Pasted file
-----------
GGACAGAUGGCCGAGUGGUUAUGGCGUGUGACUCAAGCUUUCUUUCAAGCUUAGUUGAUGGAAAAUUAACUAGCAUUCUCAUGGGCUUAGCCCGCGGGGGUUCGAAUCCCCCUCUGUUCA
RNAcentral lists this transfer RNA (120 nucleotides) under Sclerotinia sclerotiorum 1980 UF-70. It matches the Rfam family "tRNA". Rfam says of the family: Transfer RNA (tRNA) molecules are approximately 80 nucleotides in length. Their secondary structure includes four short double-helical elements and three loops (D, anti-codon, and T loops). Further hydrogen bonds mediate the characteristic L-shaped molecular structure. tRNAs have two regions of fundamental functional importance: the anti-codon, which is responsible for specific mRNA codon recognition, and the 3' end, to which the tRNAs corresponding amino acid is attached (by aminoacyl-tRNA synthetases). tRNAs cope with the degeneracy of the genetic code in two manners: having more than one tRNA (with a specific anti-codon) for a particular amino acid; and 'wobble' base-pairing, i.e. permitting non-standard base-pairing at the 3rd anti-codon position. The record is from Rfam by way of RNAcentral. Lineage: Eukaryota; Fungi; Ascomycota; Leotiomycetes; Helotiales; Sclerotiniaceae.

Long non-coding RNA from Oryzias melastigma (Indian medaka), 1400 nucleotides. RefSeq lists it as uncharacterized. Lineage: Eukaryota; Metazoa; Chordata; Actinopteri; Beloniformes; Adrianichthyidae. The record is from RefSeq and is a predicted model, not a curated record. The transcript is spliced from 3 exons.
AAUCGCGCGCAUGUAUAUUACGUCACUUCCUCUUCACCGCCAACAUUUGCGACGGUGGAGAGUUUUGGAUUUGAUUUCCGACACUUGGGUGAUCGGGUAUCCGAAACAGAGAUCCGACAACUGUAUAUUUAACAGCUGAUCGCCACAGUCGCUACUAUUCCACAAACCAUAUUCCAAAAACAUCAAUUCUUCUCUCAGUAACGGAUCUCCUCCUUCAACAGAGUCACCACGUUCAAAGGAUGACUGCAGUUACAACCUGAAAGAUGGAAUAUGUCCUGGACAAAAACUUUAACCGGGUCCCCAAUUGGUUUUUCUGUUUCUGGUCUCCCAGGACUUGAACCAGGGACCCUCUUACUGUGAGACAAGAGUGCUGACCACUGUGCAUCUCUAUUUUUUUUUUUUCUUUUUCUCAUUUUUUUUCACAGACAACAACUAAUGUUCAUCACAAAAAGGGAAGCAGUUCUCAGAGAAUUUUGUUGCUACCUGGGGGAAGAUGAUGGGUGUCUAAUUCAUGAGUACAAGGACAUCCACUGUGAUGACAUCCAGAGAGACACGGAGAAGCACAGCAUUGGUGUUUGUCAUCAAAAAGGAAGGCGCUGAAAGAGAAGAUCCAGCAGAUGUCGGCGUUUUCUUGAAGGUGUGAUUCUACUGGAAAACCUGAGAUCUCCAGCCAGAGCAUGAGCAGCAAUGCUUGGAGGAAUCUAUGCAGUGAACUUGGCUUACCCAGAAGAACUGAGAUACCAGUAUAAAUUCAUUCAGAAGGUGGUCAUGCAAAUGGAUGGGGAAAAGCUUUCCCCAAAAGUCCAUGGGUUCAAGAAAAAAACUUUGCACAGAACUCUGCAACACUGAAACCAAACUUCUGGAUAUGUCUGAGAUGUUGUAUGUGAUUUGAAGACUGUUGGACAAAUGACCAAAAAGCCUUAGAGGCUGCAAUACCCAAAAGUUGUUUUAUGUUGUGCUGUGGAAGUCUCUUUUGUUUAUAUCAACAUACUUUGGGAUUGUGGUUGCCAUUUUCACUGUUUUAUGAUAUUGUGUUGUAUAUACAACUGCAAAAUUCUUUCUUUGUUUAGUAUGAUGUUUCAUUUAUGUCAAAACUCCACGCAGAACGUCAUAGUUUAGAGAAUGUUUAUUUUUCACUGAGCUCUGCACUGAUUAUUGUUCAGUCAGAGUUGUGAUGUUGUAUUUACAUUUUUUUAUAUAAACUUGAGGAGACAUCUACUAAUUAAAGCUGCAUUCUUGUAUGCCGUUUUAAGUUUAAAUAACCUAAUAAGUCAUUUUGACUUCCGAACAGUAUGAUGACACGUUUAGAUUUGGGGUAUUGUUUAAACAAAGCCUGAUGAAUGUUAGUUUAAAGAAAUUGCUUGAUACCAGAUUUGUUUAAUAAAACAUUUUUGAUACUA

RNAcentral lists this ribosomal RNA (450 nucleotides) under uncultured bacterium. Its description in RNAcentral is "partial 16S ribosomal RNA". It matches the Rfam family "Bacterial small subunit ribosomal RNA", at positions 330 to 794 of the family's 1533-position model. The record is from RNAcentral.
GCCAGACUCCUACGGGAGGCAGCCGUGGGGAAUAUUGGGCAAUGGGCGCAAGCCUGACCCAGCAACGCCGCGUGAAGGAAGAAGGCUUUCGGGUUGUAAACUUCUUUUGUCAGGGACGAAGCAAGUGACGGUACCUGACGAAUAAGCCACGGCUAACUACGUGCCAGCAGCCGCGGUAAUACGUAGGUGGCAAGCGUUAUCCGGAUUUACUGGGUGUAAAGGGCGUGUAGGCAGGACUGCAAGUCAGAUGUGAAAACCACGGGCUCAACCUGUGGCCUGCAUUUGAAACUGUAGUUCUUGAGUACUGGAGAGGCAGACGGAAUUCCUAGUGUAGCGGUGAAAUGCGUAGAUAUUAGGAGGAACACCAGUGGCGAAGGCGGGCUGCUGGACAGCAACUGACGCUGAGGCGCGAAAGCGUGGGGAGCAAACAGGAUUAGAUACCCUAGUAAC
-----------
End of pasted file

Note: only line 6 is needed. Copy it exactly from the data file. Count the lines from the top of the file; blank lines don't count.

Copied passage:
GCCAGACUCCUACGGGAGGCAGCCGUGGGGAAUAUUGGGCAAUGGGCGCAAGCCUGACCCAGCAACGCCGCGUGAAGGAAGAAGGCUUUCGGGUUGUAAACUUCUUUUGUCAGGGACGAAGCAAGUGACGGUACCUGACGAAUAAGCCACGGCUAACUACGUGCCAGCAGCCGCGGUAAUACGUAGGUGGCAAGCGUUAUCCGGAUUUACUGGGUGUAAAGGGCGUGUAGGCAGGACUGCAAGUCAGAUGUGAAAACCACGGGCUCAACCUGUGGCCUGCAUUUGAAACUGUAGUUCUUGAGUACUGGAGAGGCAGACGGAAUUCCUAGUGUAGCGGUGAAAUGCGUAGAUAUUAGGAGGAACACCAGUGGCGAAGGCGGGCUGCUGGACAGCAACUGACGCUGAGGCGCGAAAGCGUGGGGAGCAAACAGGAUUAGAUACCCUAGUAAC